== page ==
Read Judgment: Mr Rajeev Nohwar & Anr vs. Chief Controlling Revenue Authority Maharashtra State, Pune and Others

Pankaj Bajpai

New Delhi, October 14, 2021: The Supreme Court has recently held that a reference of a wrong statutory provision cannot oust the citizen of an entitlement to refund which otherwise follows in terms of a statutory provision.

A Division Bench of Justice D.Y. Chandrachud and Justice B.V. Nagarathna therefore observed that since the delay in filling the application for refund in the instant case was due to the prolonged proceedings before the NCDRC, the application cannot be rejected on the ground of delay. 

A litigant has no control over judicial delays. A rejection of the application for refund would violate equity, justice and fairness where the applicant is made to suffer the brunt of judicial delay. Therefore, this is a fit case for the exercise of the power under Article 142 of the Constitution, added the Bench.  

The background of the case was that the appellant had booked a residential apartment, however there soon arose a dispute with the builder leading to a consumer complaint. By an order dated May 6, 2016, the NCDRC allowed the complaint. 

The appellant was given the option to either execute the agreement with the developer, in which event the developer would pay compensation in the amount of Rs. 10 lakhs, or in the alternative, if the appellant was not willing to execute an agreement, the developer was directed to refund the entire consideration together with interest at the rate of 12% per annum from the date of receipt of each installment until the date of refund along with compensation of Rs.10,00,000. 

The appellant exercised the option of seeking a refund of consideration together with interest. The developer issued a cheque on July 11, 2016 for the refund of the consideration in terms of the order of the NCDRC. The appellant thereupon applied on July 16, 2016 for refund of the stamp duty of Rs. 8,44,500 to the Collector of Stamps. 

By a communication dated August 5, 2016, the Collector of Stamps forwarded the file to the Deputy Inspector General of Registration with a recommendation that the refund should be denied on the ground that the appellant had not applied for refund within six months.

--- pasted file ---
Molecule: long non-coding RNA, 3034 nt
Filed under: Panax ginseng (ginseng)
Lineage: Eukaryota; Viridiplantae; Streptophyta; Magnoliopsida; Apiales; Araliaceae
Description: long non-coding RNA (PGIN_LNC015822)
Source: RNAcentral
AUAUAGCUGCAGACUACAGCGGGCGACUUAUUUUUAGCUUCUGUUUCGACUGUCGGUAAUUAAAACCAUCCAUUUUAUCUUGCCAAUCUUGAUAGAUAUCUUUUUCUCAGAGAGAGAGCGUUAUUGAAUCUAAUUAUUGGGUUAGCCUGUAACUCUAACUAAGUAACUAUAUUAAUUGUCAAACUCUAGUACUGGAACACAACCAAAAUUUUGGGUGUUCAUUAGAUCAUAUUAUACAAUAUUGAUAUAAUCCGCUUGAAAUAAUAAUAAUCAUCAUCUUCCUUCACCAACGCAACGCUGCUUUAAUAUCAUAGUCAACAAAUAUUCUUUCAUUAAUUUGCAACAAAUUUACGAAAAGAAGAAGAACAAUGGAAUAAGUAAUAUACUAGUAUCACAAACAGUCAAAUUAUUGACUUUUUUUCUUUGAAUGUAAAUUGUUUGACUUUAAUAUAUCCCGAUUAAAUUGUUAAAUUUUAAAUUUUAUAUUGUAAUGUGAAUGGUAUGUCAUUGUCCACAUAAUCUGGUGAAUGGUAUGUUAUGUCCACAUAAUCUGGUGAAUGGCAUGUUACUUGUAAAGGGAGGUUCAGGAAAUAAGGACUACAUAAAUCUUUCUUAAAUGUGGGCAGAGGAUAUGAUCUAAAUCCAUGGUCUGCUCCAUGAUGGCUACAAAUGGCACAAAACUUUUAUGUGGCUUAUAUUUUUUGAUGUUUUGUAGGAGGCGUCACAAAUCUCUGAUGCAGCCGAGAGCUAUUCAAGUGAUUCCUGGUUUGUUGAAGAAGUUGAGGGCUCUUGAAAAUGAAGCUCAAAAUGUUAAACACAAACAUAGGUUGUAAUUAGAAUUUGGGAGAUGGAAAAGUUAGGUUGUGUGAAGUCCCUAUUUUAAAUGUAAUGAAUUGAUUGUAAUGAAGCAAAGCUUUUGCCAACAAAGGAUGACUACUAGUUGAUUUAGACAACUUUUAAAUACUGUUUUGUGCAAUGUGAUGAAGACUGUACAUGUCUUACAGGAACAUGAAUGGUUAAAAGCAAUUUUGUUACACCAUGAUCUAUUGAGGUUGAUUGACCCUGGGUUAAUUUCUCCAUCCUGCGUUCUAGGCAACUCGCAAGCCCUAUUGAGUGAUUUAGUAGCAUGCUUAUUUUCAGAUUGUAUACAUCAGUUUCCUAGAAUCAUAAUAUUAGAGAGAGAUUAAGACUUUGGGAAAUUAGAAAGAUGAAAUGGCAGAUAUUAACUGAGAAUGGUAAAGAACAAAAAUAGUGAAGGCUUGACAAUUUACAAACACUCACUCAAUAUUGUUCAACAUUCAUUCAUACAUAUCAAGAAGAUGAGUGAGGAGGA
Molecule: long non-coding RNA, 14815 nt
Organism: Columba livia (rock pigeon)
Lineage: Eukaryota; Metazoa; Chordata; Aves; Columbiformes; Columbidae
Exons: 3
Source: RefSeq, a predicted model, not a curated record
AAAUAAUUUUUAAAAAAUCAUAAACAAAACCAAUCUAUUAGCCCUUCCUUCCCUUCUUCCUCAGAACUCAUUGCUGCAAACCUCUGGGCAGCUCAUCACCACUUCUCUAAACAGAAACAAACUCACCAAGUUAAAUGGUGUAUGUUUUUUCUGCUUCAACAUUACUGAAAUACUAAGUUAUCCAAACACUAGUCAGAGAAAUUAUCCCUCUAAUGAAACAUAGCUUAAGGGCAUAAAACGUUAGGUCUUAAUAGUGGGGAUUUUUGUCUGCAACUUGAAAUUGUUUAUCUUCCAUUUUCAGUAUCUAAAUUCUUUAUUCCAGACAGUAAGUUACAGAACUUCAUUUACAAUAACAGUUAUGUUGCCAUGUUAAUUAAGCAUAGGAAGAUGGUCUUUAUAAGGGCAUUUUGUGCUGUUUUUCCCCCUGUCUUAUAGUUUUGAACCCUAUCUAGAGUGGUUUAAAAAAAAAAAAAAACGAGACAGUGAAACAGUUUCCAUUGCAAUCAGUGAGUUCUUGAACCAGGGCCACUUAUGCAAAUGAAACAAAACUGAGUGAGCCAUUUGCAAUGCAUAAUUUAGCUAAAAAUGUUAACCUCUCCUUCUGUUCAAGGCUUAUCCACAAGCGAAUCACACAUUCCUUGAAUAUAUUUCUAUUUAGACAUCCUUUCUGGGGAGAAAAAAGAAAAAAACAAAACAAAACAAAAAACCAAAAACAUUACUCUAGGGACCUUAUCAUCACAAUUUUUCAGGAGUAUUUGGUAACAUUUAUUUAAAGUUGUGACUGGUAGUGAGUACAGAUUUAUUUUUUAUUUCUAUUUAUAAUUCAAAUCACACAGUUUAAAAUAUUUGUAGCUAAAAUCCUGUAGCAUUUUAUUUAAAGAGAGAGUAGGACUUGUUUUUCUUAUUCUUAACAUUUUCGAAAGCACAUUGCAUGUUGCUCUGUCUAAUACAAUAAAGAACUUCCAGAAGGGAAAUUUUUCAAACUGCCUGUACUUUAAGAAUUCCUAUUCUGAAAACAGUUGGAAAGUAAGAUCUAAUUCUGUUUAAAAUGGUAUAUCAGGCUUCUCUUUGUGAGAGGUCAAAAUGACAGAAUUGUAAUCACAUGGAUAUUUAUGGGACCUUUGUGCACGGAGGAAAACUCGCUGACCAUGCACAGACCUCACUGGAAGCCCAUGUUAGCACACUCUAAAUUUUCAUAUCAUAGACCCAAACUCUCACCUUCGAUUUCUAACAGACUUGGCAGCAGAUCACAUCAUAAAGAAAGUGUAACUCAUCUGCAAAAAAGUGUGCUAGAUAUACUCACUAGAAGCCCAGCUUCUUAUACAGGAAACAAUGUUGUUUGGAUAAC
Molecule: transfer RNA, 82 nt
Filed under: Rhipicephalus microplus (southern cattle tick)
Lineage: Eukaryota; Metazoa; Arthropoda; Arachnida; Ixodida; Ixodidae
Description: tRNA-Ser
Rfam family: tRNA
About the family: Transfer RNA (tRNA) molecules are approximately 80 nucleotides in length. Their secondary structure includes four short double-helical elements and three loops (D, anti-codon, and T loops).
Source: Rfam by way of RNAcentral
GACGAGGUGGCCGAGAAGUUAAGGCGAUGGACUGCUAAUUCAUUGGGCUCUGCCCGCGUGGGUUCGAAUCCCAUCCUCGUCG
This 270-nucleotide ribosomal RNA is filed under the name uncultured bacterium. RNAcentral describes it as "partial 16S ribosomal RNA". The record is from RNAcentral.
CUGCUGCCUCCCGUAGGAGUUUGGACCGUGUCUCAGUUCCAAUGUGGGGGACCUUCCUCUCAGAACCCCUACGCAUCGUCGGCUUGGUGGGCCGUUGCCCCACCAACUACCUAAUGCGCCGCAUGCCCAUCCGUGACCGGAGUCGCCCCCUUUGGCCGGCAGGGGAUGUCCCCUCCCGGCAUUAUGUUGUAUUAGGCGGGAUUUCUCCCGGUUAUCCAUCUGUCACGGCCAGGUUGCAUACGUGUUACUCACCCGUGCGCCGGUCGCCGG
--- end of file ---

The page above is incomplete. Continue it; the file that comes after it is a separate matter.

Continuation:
Then, by an Order dated September 27, 2016, the Deputy Inspector General of Registration rejected the application for refund of stamp duty on the ground that the application for refund was not made within six months as mandated by Section 48(3) of the Maharashtra Stamp Act, 1958.

This was challenged before the Bombay High Court, which agreed with the view of the Revenue Authorities that application for refund was barred by limitation for not having preferred within a period of six months since the date of the purchase of the e-stamp.

After considering the arguments, the Top Court found that in the present case, the stamp paper was purchased bona fide in view of the agreement to sell which was to be executed by the appellant with the developer. 

Since there was a dispute with the developer, the same led to the institution of the proceedings before the NCDRC and there was nothing untoward in the conduct of the appellant and certainly no unreasonable delay on the part of the appellant in awaiting the outcome of the proceedings, added the Court. 

The NCDRC allowed the complaint, giving the option to the appellant of either going ahead with the agreement along with an award of compensation or, in the alternative, to seek a refund with interest. The appellant having exercised the latter option applied within two months from the order of the NCDRC for the grant of refund”, observed the Division Bench.

Therefore, the Top Court concluded that the conduct of the appellant cannot be held to be unreasonable nor was there any intentional or wanton delay on the part of the appellant in applying for a refund of stamp duty. 

Speaking for the Bench, Justice Chandrachud observed that if a statute prescribes a limitation period, this Court must be slow to interfere with the delay under Article 142. 

However, in the case of an eventuality such as the instant case where the facts of the case are not covered by the statute, this Court under Article 142 will have the power to do complete justice by condoning the delay, clarified Justice Chandrachud. 

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